I’m sitting in the Union Theatre bar with a glass of Merlot, and within a matter of seconds I am transported back to the Roaring Twenties. Members of the ensemble cast burst into the foyer, drunk on carelessness and brimming with vivacious chatter. They interact with those present in the bar, gossiping as if making small talk with acquaintances at a party, their committed performances informing the audience that Gatsby has begun, even before the auditorium doors have been opened.
Gatsby (with a book written by director Linnie Reedman) is a stage reworking of The Great Gatsby by F. Scott Fitzgerald. It aims to present the events of the narrative through the eyes of Meyer Wolfsheim (the protagonist’s mentor in business and gambling) yet this musical production is less of a re-working of Fitzgerald’s notorious metaphor for twenties culture, and is rather a translation of the narrative into a musical theatre performance. Whilst Wolfsheim is given more prominence in Gatsby than in the original text, his character is not central, and the show follows the well-known narratively accurately – almost religiously.
However, the fact that this musical is more faithful to the original story of Jay Gatsby than it claims to be is not to the detriment of the engaging performances – quite the opposite. Those in the audience familiar with Fitzgerald’s work are delighted to witness their favourite characters come to life, and to hear them deliver direct, notorious quotations both from The Great Gatsby itself, and other Fitzgerald publications. This being said, one does not need to be a devoted Fitzgerald aficionado to enjoy this production. Aside from the overt references to lines from the book, Gatsby also – on a surface level – holds a strong visual appeal, and creates an enchanting microcosmic world in the intimate space of the Union Theatre. The characters that populate this realm are convincing and mesmerising, as the actors capture the irrational, reckless zeitgeist of 1920s New York. Many of the performers are multitalented and not only deliver their lines with conviction, but also flit between executing buoyant dance sequences, playing various musical instruments and singing the catchy melodies composed by Joe Evans. There are stand-out performances from Kate Marlais and Samantha Louise Clarke. Marlais assumes the complex role of Jordan Baker with intelligence, portraying simultaneously how the character distinguishes herself from her era, yet remains a product of her wild surroundings. Meanwhile, Clarke bounces around the stage as Lucille a newly invented showgirl character who is a rampant, unrestrained caricature of a liberated, Jazz Age flapper.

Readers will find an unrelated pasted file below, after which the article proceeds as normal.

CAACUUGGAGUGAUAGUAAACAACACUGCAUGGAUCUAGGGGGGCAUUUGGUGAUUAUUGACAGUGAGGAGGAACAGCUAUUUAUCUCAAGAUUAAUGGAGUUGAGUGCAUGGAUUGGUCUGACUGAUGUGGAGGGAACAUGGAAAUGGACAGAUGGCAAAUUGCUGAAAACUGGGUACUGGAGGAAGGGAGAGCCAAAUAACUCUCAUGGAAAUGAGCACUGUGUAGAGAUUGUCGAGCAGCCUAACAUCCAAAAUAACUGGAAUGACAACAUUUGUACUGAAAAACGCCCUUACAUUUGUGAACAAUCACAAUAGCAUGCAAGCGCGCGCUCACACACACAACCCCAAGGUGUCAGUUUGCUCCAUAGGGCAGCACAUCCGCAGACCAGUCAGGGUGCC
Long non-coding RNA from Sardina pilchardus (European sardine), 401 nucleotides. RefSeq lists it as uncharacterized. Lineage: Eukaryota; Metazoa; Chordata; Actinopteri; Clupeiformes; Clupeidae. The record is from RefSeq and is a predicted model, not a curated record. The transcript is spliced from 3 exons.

But underneath all this frivolity resides the ominous presence of The Great Gatsby’s resounding themes: the decline of the American Dream and the hollow existence of the upper classes. And this is what Gatsby does so well. It reminds us of the dark side of The Great Gatsby, and the importance of Fitzgerald’s messages, making those of us who consider the twenties a Golden Age reconsider whether we were actually born in the wrong era, or were instead lucky to escape the hedonistic decade, comparable to a wild party, that spiralled out of control.
Gatsby is playing at the Union Theatre until 30 April. For more information see the Union Theatre website. Photo: Roy Tan